College towns aren’t always sleepy places where folks prefer Shakespeare to Soundgarden and football to foreign films. Even if their ivory towers don’t happen to sit among skyscrapers, many universities offer big-name concerts, sophisticated films, and cutting-edge radio. The schools below are at the top of their class in showing students a good time.
Univeristy of Chicago An astounding 600 films per year are presented by Documentary Films, the nation’s oldest continuously run (since 1932) student-operated film society. Despite its name, the society also shows art flicks, foreign films, and classics, along with the occasional blockbuster or original student film, in the university’s state-of-the-art 35-mm, Dolby SR Surround theater. Students pay, at most, $3 a film. A+
UCLA Close relationships with Hollywood film studios help bring 10 free sneak previews a year to this Westwood campus. In addition to the film school’s free nightly art/indie films, blockbusters appear two or three times a week, often in conjunction with such speakers as Anthony Hopkins (The Silence of the Lambs) and Mercedes Ruehl (The Fisher King). A
Vanderbilt This Nashville university says it spends more than most other schools in the country — $70,000 a year — to bring its students 60 films per semester. Last year this translated to four or five different films a week (some of which will be repeated this year), the only art films in town, plus classics, independents (during the annual weeklong Thinking Creek Film and Video Festival in June), and first-run films (last year: Terminator 2 and Thelma & Louise). Students pay $3, or 10 tickets for $25. A-
University of Texas Two on-campus theaters show films — mainstream and art flicks — four to six times almost every day during the school year. Films are shown in 16- and 35-mm format, and students at this Austin school pay a mere $1 to $3.50 per movie. A-
Cornell The renowned, ambitious film society at this Ithaca, N.Y., school shows two different rare, foreign, art, or commercial movies per day — usually in 16- or 35-mm format, with Dolby sound.
Dartmouth Another committed, ambitious film society at a school in the middle of nowhere (in this case, Hanover, N.H.) shows its students arty, funky films they might not get to see otherwise, in series with blockbusters like JFK and A League of Their Own, for $15 a term. Bill Pintz, director of the film center, also oversees the annual Telluride (Colo.) Film Festival.
Duke Students on this Durham, N.C., campus are admitted free to art films (Naked Lunch, High Heels) and vintage film series (Cukor, Fellini) three nights a week; weekend blockbusters (such as Batman Returns) cost only $3.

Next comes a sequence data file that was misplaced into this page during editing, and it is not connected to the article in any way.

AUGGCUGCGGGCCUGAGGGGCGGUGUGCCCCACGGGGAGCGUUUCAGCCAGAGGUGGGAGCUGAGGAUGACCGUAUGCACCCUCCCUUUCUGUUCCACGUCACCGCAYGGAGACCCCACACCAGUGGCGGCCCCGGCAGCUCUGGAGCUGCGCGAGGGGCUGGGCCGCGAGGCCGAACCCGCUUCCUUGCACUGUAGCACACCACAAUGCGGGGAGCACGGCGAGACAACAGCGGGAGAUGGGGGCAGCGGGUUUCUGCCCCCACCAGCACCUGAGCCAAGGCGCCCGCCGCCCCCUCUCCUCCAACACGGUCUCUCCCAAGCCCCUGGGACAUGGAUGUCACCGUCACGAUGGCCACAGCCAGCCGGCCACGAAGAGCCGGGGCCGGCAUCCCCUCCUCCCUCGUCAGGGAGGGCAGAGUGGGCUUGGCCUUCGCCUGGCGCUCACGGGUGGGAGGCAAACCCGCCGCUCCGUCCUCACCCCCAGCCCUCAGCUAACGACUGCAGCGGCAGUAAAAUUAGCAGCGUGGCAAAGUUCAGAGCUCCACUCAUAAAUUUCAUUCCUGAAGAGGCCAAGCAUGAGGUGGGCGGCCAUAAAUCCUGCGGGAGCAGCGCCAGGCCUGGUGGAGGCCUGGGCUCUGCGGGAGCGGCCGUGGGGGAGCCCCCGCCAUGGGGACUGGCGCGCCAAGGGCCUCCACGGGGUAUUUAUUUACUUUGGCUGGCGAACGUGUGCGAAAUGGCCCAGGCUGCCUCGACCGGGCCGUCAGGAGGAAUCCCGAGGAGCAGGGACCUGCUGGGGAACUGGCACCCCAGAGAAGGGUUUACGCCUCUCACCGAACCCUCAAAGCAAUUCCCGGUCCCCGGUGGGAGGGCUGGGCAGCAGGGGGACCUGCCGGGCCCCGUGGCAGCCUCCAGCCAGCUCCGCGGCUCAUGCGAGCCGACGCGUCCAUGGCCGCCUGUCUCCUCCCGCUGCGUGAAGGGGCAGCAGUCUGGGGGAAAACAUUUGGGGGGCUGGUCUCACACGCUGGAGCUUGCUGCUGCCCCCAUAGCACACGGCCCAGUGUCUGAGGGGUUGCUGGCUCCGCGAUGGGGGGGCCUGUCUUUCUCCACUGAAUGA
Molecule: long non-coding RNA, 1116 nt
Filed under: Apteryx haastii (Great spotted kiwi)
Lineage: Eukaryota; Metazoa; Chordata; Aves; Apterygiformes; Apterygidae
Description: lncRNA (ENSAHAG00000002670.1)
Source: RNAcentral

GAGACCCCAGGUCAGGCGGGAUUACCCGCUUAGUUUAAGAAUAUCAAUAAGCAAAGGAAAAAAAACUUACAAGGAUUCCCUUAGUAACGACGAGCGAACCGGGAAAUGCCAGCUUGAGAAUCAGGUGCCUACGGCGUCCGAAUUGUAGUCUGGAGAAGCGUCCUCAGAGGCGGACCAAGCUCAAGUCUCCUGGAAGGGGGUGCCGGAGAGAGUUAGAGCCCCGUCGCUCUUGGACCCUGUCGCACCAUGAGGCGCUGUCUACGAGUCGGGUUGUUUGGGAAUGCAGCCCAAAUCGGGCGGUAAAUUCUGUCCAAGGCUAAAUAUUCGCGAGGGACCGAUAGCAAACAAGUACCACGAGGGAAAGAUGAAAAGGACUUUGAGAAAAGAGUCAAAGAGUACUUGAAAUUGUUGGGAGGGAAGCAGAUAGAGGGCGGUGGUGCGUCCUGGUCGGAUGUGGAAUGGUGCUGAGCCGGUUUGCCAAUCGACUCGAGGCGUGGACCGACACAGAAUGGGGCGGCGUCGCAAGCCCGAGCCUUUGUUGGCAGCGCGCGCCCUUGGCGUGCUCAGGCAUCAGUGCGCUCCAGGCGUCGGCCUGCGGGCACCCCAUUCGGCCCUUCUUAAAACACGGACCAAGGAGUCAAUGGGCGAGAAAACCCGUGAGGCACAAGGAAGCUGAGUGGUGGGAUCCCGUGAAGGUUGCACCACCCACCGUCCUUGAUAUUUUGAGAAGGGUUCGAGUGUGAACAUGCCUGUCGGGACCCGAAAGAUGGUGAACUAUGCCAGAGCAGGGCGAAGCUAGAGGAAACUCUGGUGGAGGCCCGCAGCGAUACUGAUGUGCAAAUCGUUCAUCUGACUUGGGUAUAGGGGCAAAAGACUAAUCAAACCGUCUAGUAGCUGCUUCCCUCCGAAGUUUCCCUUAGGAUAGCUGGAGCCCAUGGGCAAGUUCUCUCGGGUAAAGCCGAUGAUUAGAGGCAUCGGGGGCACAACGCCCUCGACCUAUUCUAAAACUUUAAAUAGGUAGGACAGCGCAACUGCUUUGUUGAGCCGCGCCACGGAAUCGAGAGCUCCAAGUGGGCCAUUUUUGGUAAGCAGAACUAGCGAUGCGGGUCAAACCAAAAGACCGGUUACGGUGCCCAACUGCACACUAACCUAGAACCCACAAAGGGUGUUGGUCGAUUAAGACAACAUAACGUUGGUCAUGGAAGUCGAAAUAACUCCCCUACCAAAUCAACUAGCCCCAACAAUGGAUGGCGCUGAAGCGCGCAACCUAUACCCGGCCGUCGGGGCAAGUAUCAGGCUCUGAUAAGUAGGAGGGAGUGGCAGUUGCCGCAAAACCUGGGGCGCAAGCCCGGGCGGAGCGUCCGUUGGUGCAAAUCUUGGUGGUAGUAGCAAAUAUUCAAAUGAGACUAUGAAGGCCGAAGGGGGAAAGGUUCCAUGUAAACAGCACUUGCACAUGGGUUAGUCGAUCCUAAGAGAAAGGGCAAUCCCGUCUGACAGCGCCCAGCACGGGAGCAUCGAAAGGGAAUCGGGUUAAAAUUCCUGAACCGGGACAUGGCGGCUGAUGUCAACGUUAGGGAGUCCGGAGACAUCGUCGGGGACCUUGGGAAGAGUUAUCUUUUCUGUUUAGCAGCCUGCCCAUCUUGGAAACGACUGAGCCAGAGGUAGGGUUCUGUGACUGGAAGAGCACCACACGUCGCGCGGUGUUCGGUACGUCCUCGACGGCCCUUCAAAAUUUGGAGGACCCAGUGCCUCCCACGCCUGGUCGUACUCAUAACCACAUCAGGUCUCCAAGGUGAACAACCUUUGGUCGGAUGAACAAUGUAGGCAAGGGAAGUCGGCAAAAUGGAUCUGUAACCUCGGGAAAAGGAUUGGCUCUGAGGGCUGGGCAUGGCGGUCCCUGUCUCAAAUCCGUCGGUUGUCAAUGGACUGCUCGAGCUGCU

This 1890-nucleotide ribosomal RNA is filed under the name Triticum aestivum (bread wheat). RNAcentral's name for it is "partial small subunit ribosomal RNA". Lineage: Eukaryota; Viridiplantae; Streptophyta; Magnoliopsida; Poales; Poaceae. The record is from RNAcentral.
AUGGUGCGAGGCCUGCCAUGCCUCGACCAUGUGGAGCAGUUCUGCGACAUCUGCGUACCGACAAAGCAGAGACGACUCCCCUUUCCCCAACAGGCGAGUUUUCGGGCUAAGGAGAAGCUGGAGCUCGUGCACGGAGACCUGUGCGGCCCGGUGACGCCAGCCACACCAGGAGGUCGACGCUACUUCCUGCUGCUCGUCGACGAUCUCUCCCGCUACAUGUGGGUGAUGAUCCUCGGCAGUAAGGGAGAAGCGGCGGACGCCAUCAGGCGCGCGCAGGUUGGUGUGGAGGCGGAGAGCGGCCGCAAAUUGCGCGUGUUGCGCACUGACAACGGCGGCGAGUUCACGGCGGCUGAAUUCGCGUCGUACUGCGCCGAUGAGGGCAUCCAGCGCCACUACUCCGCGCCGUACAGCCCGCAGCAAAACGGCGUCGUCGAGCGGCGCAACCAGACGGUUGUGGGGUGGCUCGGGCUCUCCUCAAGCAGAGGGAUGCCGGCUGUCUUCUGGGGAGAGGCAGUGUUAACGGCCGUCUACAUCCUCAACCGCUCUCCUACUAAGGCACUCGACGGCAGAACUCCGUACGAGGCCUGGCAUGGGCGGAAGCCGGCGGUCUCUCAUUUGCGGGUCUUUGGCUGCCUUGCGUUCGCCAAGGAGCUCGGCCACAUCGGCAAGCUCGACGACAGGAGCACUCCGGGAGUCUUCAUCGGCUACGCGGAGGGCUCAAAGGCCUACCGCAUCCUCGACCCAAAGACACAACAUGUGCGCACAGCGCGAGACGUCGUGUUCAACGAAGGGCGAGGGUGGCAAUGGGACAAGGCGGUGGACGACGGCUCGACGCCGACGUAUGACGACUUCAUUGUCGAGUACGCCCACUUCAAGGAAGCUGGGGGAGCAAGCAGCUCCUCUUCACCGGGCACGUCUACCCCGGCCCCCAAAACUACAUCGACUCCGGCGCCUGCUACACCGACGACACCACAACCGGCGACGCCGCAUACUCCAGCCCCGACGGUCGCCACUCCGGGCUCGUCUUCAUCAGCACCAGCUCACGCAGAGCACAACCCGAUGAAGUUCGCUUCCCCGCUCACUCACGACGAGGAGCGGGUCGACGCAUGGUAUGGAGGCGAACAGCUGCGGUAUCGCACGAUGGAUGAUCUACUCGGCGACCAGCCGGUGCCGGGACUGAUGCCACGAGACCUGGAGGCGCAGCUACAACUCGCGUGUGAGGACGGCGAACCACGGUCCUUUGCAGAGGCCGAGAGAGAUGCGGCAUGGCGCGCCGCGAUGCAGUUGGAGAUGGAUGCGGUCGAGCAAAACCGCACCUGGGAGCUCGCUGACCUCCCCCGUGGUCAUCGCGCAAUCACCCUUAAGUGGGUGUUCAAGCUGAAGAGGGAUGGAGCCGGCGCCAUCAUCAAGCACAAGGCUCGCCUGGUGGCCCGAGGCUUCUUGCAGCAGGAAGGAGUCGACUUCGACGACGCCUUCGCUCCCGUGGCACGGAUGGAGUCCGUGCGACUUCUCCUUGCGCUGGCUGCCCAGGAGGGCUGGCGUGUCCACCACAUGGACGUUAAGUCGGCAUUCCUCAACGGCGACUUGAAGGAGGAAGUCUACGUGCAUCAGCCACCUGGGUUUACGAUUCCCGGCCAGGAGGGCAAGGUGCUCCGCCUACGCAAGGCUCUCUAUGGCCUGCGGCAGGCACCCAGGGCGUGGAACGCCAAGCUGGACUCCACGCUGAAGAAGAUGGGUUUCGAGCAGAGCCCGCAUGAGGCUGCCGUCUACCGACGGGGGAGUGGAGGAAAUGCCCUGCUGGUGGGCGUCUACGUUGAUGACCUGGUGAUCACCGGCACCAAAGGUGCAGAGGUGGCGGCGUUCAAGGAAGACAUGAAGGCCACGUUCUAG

East Carolina University At another North Carolina school (this one in Greenville), an annual film budget of $50,000 enables students to see 74 films a year free of charge.
Upsala College (WFMU) Proximity to New York City (East Orange, N.J.) allows the aggressively progressive WFMU staff — mostly working professionals, not college students — to uncover such cutting-edge acts as Bongwater and John Zorn. New York bands (including God Is My Co-Pilot, the William Hooker Sextet, and Missing Foundation) frequently come into the studio to play live on the air. A+
University of California at Berkeley (KALX) KALX is considered by many in the field to be the Bay Area’s most well-rounded alternative station; the station’s adventurous staff resists record company hype and plays little major-label music. A+
University of Washington, Seattle (KCMU) Right place, right time — but KCMU’s contribution to the Seattle scene goes beyond just playing records by local acts: Years ago, members of Soundgarden, Mother Love Bone, and Mudhoney were DJs at the station. Local groups like Squirt occasionally come into the studio to play live on the air, but KCMU is also committed to reggae, rap, blues, and Third World music. A+
University of North Carolina (WXYC) This station’s strong influence on the community and firm support of on-the-verge local bands (Polvo, Superchunk) make it central to the burgeoning music scene in Chapel Hill, which industry sources say may well be the next Seattle. A
Georgia State University (WRAS) This radio station is powerful, both in wattage (100,000 watts, on a par with commercial FM stations in Atlanta) and in audience impact (15,000 listeners turned out for the station’s recent Sonic Sunday concert). Its rigid, comparatively conservative playlist (including Sinéad O’Connor, the B-52’s, Tori Amos, and Morrissey) doesn’t appear to discourage WRAS’ loyal following. B+